I am sure you are familiar with the typical scenario that plays out on home renovation TV shows. The client shares a lengthy wish list of must-haves with the designer. All agree on the project’s scope, a budget is set, the design is completed, permits are received, and construction starts.
Halfway through the demolition phase, the client pops in to see how the project is progressing and to announce they want to upgrade to granite countertops in the kitchen. It is unfortunate timing because the team just discovered water damage in the bathroom from an old leaky toilet. The entire bathroom floor and plumbing must now be replaced, which was not in the budget.
The designer is left scratching their head, wondering how to make space in the budget for these surprises. Instead of ordering the granite counter, they must account for the replacement subfloor and plumbing. The client is disappointed that they must sacrifice one of their must-haves to make it work, and they won’t get what they want.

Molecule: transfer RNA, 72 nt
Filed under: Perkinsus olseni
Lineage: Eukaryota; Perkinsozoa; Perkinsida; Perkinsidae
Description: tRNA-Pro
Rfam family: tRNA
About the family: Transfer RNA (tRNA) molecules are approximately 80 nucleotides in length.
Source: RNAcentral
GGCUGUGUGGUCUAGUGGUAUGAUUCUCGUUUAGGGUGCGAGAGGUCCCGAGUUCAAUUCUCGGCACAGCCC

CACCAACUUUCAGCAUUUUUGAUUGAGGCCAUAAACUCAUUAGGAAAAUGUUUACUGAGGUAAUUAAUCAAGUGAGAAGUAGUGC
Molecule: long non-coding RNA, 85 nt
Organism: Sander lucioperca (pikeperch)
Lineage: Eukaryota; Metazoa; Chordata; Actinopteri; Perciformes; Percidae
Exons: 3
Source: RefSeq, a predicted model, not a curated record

If you have ever worked on a traditional design-bid-build project, you can probably empathize with the disappointed reality show client.
You’ve most likely been on the receiving end of vague specifications, unforeseen conditions, schedule delays, and budget surprises for things that simply cost more than expected. You want to receive what you’ve asked for when you ask for it. There isn’t any more money or time, so the project must be executed within the budget you initially planned, but miscommunication, scope definition, and schedule creep may prevent you from getting everything you want.
What if there were a way to avoid the surprises? What if you could depend on your designer and construction manager as your trusted advisors, who show you design solutions you can afford and mitigate risk through scope definition and shared risk?